Got a bird feeder? Take it down.
That’s the advice of the Audubon Society, the PA Game Commission, the Wildlife Futures Program (WFP) at The University of Pennsylvania’s School of Veterinary Medicine, and the Schuylkill Center for Environmental Education (SCEE). And if you think their recommendations are for the birds, you’re right.
A mysterious illness has been ravaging songbird populations in the eastern United States. Thousands of afflicted birds have been manifesting crusty discharge from swollen eyes and signs of neurologic impairment (erratic flight, trouble walking, tremors). Rehabbers are helpless; the prognosis is death.
First observed in the DC area in May and spreading into Pennsylvania by mid-June, the “event” is essentially a construct derived from thousands of unique reports of all types of avian morbidity and mortality. Natural resource management agencies in all contiguous, affected states and the District of Columbia are working together with diagnostic laboratories including Penn’s WFP to investigate the cause(s) of the die-off.
By early July, collaborating laboratories have been able to rule out West Nile virus and avian influenza. Both diseases have been known to jump to humans.
Negatives are nice, but the absence of positive identification can fuel speculation.
Although the culprit may prove to be a toxin such as a pesticide, researchers suspect a viral, bacterial, fungal or parasitic pathogen. Until we learn the exact source of what wildlife health experts innocuously label “a morbidity/mortality event,” contagion — transmissible disease — remains a probable cause. Backyard birders have thus been urged to enforce among their feathered friends a practice their own plagued species has found so difficult: social distancing. Notice to the winged: “Restaurants closed until further notice.”
The precaution makes sense. The several species most affected by this malady are birds commonly seen pecking seeds from, or congregating near, the miniature hanging silos: jays, starlings, grackles, robins and cardinals. Nestlings and fledglings appear hardest hit.
One intriguing hypothesis concerns the possible ecological connection between the bird blight and this spring’s emergence of the Brood-X cicadas. After seventeen years of underground adolescence many of the X-ers emerged carrying a nasty fungus that might be turning aerial adult insects into lethal fare. For mid-sized songbirds such as those afflicted with the mystery disease, 17-year cicadas constituted an abundant, once-in-a-lifetime taste treat, a bonanza of deadly consequence. What lends credence to this surmise are the chronological coincidence and the uncanny geographical overlap of both occurrences.
The obverse situation – though anecdotal – is likewise suggestive: no cicadas, no symptoms. The dense woodlands that make the Wissahickon Valley one of the country’s great urban bird sanctuaries was surprisingly – and, to some naturalists, disappointingly – spared from the cicada blitz. Last week, the Local asked Chris Strub, SCEE’s Director of Wildlife Rehabilitation, about the health of the area’s avian population. He reported that “there have been no confirmed cases, not even a strong suspicion” of a morbidity/mortality event exhibiting the signature symptoms of the songbird plague. (Incidentally, hummingbirds – nectar lovers rather than insectivores – appear immune to the disease, so keep those sugar-water stations clean and cool!)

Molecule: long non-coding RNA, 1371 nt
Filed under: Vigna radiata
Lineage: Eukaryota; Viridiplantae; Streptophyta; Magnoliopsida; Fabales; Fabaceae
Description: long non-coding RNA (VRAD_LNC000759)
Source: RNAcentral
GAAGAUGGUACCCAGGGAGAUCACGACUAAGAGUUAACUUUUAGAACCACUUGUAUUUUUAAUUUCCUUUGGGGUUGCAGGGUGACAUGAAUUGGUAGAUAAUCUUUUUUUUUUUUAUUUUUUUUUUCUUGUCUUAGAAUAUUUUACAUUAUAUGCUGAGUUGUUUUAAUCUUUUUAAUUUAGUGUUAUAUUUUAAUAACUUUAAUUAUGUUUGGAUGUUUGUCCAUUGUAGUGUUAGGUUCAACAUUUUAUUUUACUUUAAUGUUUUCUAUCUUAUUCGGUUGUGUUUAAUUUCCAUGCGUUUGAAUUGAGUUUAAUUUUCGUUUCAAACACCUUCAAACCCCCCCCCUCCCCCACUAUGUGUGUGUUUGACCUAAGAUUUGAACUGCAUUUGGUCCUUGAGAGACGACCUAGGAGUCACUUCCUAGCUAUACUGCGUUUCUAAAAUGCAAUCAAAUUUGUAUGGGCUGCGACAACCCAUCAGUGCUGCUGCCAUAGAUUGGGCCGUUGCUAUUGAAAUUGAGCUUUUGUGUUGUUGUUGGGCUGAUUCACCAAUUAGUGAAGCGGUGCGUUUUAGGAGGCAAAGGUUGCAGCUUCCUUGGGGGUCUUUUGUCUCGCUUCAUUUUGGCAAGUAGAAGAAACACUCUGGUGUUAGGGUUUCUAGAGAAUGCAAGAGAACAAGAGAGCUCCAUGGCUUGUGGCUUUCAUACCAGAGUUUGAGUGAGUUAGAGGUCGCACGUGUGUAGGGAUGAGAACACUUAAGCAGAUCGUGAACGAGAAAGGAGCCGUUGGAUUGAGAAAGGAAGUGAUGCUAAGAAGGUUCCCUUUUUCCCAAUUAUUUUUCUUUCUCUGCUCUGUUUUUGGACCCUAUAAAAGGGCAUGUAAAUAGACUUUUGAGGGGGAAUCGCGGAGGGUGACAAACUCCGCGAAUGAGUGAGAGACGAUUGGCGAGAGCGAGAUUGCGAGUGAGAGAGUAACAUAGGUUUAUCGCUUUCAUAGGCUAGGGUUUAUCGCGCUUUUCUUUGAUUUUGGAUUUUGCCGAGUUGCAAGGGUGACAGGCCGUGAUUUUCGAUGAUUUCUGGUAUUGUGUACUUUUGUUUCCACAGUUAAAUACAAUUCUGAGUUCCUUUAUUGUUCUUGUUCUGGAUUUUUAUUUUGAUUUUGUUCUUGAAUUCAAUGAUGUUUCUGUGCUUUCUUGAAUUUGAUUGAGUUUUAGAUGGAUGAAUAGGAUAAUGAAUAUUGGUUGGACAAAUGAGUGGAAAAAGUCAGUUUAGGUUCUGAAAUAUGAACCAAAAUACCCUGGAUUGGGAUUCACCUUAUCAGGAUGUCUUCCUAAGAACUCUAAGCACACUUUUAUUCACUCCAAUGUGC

Have our local birds dodged a bullet? Would they suggest that the slogan “Keep It On The Hill” is an exhortation to keep feeders filled? As our current experience with a human pandemic illustrates, now is no predictor of later and here does not imply hereafter. For the birds, there may come a diagnosis, but there will be no cure. The disease will run its course. Prevention is the only remedy. The organizations cited in this article uniformly endorse the following guidelines:
And please don’t beat yourself up because you think you are depriving birds of nutrition. Feeders are fast-food drive-thru’s for birds. They don’t need it. Bug protein is a whole lot healthier. That’s why they feed it to their nestlings. Confess it: You’re investing in that seed for your own pleasure. And it’s a lovely, honest pleasure from which we ought at times such as this refrain. Lest we make it a guilty one.
Readers who wish to become involved with the reporting of suspected ill birds should use the following link: http://www.vet.upenn.edu/research/centers-laboratories/research-initiatives/wildlife-futures-program